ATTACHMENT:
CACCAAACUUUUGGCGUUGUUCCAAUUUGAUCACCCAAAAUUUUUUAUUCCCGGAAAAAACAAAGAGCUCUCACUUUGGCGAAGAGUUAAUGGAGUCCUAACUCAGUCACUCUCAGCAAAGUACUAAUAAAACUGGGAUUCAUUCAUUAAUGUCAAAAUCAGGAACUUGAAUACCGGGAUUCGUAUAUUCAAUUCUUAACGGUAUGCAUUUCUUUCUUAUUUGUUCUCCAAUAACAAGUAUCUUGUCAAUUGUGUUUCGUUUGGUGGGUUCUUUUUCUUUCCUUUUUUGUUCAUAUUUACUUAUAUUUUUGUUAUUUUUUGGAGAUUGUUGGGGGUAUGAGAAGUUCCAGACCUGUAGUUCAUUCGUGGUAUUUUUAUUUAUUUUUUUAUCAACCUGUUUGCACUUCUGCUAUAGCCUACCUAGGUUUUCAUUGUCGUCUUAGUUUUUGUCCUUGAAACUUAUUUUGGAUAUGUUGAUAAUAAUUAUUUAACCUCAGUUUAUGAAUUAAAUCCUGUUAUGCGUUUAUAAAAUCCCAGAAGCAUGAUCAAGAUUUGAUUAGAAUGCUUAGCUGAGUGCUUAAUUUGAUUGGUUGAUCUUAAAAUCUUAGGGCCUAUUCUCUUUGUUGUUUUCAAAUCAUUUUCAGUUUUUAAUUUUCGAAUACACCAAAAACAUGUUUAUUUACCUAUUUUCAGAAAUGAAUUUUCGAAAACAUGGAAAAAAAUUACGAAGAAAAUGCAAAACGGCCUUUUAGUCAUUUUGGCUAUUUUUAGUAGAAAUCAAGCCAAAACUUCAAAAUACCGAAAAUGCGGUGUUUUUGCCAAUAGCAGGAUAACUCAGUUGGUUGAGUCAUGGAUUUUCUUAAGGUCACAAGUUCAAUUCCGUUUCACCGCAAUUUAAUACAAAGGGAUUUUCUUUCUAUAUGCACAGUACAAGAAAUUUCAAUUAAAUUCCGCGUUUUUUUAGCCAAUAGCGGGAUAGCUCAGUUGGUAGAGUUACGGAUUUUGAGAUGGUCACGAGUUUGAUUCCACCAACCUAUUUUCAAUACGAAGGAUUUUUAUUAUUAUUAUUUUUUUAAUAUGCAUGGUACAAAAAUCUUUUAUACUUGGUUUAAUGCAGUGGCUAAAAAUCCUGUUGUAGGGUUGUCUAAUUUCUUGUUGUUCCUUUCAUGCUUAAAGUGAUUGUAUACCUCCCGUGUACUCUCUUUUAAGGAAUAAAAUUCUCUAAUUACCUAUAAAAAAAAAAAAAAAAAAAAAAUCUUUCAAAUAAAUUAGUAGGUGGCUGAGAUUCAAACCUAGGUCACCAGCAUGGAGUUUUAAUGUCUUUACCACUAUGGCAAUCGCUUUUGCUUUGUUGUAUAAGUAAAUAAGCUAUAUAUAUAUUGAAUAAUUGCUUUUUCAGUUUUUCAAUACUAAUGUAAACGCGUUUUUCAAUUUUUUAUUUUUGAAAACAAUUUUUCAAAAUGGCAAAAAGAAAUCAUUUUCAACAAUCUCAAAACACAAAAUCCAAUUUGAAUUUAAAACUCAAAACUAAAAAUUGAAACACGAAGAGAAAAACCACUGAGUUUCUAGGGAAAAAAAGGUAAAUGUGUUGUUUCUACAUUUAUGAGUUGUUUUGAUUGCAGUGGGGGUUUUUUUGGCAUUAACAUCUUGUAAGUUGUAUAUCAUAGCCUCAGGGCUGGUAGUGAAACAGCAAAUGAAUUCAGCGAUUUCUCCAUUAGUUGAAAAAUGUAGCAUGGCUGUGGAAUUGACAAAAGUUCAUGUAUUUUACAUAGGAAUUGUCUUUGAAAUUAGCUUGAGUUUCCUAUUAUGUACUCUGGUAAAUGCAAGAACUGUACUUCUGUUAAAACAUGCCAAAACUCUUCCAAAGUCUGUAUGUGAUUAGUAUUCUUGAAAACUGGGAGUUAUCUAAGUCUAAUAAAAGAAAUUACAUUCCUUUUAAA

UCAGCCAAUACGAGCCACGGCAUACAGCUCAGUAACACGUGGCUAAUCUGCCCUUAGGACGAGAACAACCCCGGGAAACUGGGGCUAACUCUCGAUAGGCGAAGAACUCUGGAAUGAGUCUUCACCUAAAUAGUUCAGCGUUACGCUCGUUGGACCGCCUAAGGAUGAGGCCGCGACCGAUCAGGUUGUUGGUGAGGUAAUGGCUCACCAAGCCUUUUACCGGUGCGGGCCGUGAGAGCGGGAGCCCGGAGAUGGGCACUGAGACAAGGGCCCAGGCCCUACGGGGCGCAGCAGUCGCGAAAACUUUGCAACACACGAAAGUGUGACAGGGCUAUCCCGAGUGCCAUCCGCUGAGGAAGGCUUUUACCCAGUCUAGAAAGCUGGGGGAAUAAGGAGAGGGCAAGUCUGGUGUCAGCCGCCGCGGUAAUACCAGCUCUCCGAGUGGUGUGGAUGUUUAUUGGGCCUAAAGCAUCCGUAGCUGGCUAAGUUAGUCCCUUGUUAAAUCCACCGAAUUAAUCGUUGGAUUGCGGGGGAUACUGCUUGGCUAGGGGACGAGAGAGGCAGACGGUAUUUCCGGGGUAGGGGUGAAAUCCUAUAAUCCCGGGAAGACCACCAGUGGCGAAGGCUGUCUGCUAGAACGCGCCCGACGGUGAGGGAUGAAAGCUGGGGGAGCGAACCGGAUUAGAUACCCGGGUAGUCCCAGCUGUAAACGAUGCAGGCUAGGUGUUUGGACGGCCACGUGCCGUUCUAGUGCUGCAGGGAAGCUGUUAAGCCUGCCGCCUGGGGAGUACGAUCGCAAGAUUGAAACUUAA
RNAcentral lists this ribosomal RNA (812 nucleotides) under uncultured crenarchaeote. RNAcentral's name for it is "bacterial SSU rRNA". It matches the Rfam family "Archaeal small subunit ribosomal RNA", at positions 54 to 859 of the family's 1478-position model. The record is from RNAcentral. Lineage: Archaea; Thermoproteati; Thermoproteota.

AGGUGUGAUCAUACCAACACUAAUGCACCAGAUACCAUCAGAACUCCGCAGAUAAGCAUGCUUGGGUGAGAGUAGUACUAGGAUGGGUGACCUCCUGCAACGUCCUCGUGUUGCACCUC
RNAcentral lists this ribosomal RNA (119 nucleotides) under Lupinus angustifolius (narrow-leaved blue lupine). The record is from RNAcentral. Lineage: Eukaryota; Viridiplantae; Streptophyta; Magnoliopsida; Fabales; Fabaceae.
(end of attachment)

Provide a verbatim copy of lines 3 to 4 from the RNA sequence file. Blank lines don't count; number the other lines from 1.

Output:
RNAcentral lists this ribosomal RNA (812 nucleotides) under uncultured crenarchaeote. RNAcentral's name for it is "bacterial SSU rRNA". It matches the Rfam family "Archaeal small subunit ribosomal RNA", at positions 54 to 859 of the family's 1478-position model. The record is from RNAcentral. Lineage: Archaea; Thermoproteati; Thermoproteota.

AGGUGUGAUCAUACCAACACUAAUGCACCAGAUACCAUCAGAACUCCGCAGAUAAGCAUGCUUGGGUGAGAGUAGUACUAGGAUGGGUGACCUCCUGCAACGUCCUCGUGUUGCACCUC